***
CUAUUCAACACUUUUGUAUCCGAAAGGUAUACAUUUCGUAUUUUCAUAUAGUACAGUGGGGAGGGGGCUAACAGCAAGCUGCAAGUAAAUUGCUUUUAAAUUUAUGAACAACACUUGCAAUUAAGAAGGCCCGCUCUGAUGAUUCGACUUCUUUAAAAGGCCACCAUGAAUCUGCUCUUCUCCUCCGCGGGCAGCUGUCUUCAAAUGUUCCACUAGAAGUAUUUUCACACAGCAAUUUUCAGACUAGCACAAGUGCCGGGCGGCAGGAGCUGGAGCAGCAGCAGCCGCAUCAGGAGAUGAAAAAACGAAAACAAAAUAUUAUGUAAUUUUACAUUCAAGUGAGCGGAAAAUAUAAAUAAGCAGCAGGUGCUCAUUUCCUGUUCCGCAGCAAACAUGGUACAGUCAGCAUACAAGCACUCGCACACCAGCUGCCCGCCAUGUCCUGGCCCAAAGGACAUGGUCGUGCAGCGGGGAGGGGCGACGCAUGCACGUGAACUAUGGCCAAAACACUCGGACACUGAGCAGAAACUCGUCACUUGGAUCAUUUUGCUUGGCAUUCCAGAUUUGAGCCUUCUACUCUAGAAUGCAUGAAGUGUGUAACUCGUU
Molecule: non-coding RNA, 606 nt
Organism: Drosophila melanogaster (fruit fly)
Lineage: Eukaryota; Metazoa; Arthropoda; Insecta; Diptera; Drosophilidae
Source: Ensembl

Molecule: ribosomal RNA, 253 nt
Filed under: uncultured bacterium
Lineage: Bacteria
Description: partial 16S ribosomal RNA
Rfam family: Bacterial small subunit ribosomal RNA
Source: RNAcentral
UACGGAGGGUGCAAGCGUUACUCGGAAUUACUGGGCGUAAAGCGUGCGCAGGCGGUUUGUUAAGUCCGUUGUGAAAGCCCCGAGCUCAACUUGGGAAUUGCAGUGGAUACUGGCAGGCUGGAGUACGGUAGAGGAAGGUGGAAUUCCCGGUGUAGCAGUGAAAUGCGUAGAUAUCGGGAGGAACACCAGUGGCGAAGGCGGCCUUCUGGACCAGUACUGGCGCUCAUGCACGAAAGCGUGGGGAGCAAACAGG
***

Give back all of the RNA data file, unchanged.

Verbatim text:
CUAUUCAACACUUUUGUAUCCGAAAGGUAUACAUUUCGUAUUUUCAUAUAGUACAGUGGGGAGGGGGCUAACAGCAAGCUGCAAGUAAAUUGCUUUUAAAUUUAUGAACAACACUUGCAAUUAAGAAGGCCCGCUCUGAUGAUUCGACUUCUUUAAAAGGCCACCAUGAAUCUGCUCUUCUCCUCCGCGGGCAGCUGUCUUCAAAUGUUCCACUAGAAGUAUUUUCACACAGCAAUUUUCAGACUAGCACAAGUGCCGGGCGGCAGGAGCUGGAGCAGCAGCAGCCGCAUCAGGAGAUGAAAAAACGAAAACAAAAUAUUAUGUAAUUUUACAUUCAAGUGAGCGGAAAAUAUAAAUAAGCAGCAGGUGCUCAUUUCCUGUUCCGCAGCAAACAUGGUACAGUCAGCAUACAAGCACUCGCACACCAGCUGCCCGCCAUGUCCUGGCCCAAAGGACAUGGUCGUGCAGCGGGGAGGGGCGACGCAUGCACGUGAACUAUGGCCAAAACACUCGGACACUGAGCAGAAACUCGUCACUUGGAUCAUUUUGCUUGGCAUUCCAGAUUUGAGCCUUCUACUCUAGAAUGCAUGAAGUGUGUAACUCGUU
Molecule: non-coding RNA, 606 nt
Organism: Drosophila melanogaster (fruit fly)
Lineage: Eukaryota; Metazoa; Arthropoda; Insecta; Diptera; Drosophilidae
Source: Ensembl

Molecule: ribosomal RNA, 253 nt
Filed under: uncultured bacterium
Lineage: Bacteria
Description: partial 16S ribosomal RNA
Rfam family: Bacterial small subunit ribosomal RNA
Source: RNAcentral
UACGGAGGGUGCAAGCGUUACUCGGAAUUACUGGGCGUAAAGCGUGCGCAGGCGGUUUGUUAAGUCCGUUGUGAAAGCCCCGAGCUCAACUUGGGAAUUGCAGUGGAUACUGGCAGGCUGGAGUACGGUAGAGGAAGGUGGAAUUCCCGGUGUAGCAGUGAAAUGCGUAGAUAUCGGGAGGAACACCAGUGGCGAAGGCGGCCUUCUGGACCAGUACUGGCGCUCAUGCACGAAAGCGUGGGGAGCAAACAGG